Many towns and cities in Japan grew around castles or temples during the feudal era. Nagano is one of the latter, flourishing around an ancient 7th century Buddhist temple called Zenkoji, also considered one of Japan’s three most sacred sites.
Legend has it that the first Buddha statue brought into Japan is enshrined within the temple, hidden even to its chief priest. The last known record of someone having seen the Hibitsu (secret Buddha) was said to be a monk in the 17th century, who did so on the emperor’s command. While the original remains tightly guarded, a copy is shown to the public every six years (next display 2021) and draws millions of pilgrims to the city to witness the ceremony.
Lining the square in front of the temple are various shops selling souvenirs and food items.The pavement leading up to the temple is paved with 7,777 flagstones, which make for a picturesque photo. Visitors will also find shukubo (temple lodgings), catering to devotees who wish to stay overnight and join the morning service, where the priests chant prayers and dole out blessings.
Before entering the temple grounds, we had to pass through a massive niomon (Guardian Gate), flanked by two large and fierce looking deities on each side.
There were a lot of woven slippers hanging from the gate with words written on them, but I’m not sure what these are for.
Entering the temple grounds, we were greeted by the sight of Buddhist statues lining one side of the compound…
..and the impressive-looking main shrine. Measuring over 40metres in height, it is one of the largest wooden buildings in Japan. The building itself dates back to the 18th century, as previous versions were destroyed in fires/earthquakes. As such, it is a good example of architecture from the Edo Era.
Was told I couldn’t take pictures in the main hall, so here’s one from Flickr.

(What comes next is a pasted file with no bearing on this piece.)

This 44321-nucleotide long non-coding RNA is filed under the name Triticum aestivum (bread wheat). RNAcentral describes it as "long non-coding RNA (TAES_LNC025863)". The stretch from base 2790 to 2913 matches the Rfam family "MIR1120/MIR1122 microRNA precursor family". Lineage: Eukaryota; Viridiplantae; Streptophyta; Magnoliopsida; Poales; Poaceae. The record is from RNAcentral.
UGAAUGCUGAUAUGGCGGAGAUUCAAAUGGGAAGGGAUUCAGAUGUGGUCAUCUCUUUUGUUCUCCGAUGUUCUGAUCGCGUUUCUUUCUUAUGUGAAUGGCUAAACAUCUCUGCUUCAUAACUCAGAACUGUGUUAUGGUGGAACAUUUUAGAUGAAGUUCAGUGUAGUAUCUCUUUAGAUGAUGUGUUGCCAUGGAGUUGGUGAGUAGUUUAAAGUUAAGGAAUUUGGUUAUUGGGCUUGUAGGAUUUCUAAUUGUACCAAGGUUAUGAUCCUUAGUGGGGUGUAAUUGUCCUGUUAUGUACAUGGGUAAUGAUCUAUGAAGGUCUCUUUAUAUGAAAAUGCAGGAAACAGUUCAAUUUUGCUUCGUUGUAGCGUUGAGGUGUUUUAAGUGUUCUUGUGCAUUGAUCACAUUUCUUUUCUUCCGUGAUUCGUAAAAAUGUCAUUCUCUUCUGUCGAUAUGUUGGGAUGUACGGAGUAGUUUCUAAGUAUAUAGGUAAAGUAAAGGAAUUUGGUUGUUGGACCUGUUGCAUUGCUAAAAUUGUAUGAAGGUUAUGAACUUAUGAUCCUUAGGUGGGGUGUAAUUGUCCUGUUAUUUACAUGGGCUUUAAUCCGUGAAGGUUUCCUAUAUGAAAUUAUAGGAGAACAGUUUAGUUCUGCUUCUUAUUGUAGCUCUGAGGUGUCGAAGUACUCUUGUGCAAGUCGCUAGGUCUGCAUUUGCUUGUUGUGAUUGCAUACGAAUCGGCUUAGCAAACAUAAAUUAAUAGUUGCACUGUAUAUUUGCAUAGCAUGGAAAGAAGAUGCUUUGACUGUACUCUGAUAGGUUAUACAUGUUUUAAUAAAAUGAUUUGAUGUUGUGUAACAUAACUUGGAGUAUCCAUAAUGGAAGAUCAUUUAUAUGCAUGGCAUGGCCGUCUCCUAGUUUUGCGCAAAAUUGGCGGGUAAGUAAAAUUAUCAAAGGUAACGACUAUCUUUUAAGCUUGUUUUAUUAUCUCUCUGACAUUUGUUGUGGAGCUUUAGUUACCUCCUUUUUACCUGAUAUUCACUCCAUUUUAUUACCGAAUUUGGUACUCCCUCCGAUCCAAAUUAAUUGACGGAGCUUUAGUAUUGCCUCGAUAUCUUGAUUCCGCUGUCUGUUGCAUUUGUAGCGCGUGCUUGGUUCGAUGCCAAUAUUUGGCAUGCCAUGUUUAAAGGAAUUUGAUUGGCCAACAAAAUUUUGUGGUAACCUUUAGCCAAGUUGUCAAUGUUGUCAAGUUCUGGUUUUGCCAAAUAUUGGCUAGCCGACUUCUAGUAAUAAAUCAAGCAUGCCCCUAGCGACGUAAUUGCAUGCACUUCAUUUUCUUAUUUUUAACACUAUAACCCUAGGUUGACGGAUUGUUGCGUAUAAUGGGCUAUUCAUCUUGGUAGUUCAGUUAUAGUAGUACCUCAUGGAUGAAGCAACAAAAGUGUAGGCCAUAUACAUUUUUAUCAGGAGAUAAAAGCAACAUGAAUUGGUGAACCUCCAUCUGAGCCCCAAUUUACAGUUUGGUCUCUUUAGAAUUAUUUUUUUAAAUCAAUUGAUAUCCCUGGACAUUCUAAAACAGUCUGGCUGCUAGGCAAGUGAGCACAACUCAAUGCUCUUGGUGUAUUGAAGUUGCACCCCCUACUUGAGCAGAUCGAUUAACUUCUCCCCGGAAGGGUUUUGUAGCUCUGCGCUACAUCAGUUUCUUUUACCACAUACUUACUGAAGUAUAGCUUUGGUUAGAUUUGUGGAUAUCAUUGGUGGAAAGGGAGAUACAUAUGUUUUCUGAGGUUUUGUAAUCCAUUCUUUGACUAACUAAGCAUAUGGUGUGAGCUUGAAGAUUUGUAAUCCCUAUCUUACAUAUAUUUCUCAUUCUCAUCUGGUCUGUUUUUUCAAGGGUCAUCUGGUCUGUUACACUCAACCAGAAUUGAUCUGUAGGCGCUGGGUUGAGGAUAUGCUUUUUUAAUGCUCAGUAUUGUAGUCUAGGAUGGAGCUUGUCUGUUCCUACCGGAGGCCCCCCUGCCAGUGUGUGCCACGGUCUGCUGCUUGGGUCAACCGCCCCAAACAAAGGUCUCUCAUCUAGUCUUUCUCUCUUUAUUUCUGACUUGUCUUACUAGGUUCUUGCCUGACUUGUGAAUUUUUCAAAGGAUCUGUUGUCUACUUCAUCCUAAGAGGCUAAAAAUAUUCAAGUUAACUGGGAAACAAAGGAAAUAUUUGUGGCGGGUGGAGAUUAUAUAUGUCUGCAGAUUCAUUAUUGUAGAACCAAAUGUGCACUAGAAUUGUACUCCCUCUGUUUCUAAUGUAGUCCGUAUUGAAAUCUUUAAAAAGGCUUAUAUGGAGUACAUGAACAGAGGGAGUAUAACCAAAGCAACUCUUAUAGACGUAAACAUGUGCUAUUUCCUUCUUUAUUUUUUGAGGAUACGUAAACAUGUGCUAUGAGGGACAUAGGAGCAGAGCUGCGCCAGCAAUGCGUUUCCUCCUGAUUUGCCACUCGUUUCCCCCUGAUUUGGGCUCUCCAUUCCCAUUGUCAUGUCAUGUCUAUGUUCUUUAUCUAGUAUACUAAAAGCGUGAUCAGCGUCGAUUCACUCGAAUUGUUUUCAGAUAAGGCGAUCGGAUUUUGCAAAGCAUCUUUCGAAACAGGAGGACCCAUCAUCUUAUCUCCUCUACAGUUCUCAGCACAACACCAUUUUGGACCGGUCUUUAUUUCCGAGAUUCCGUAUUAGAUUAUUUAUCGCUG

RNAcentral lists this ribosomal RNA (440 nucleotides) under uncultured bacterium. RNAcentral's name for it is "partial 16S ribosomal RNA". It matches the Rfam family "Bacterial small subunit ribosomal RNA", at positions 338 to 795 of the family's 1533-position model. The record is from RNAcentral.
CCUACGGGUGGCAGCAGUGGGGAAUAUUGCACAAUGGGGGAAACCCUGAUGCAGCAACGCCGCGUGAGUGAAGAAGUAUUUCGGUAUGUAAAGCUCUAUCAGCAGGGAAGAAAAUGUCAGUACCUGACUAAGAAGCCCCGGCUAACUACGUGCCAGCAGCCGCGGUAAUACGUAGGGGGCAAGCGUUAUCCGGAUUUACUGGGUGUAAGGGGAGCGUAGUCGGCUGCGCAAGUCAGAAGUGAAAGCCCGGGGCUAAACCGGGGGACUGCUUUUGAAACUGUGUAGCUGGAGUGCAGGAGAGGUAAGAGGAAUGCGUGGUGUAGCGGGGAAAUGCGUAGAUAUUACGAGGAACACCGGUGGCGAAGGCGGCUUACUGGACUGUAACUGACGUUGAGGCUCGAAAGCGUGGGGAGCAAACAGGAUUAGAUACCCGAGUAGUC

Upon entering, we were greeted by a wooden statue of Binzuru, said to be one of Buddha’s most intelligent disciples. Binzuru was one of the original four Arhats in Buddhism (before they expanded to the current 18) and is said to have psychic powers. The belief is that rubbing the statue corresponding to a sick part of your body will help cure it – hence the worn out features.
One of the most unforgettable experiences at Zenkoji was the walk through a pitch black corridor underneath the main altar. We descended via a narrow staircase into a musty passageway. It was so dark I tried waving my fingers two inches from my eyes and I couldn’t see them! The only way to make it through is to move slowly while touching the smooth wooden walls. Our guide told us to keep our hands at hip height and try to locate a key hanging from the wall, which touches the ‘Hibitsu’ – so touching it meant it’s as good as touching the secret Buddha statue itself and will earn you major merit points. It felt like a long walk because we had to take each step with caution and there was no indication as to when the corridor was going to end – but when we finally emerged into light again I felt a wave of relief. The walk in darkness is also supposed to symbolise your ‘rebirth’, in line with Buddhist belief.
Cows are a symbol of the temple, so you’ll find many bovine souvenirs on sale!
GETTING TO ZENKOJI
From JR Nagano Station, take a 10-minute bus (100 yen), or take a train from Nagaden Nagano Station (next to JR) and alight at Zenkojishita Station for a further 5-10 minutes walk to reach the temple.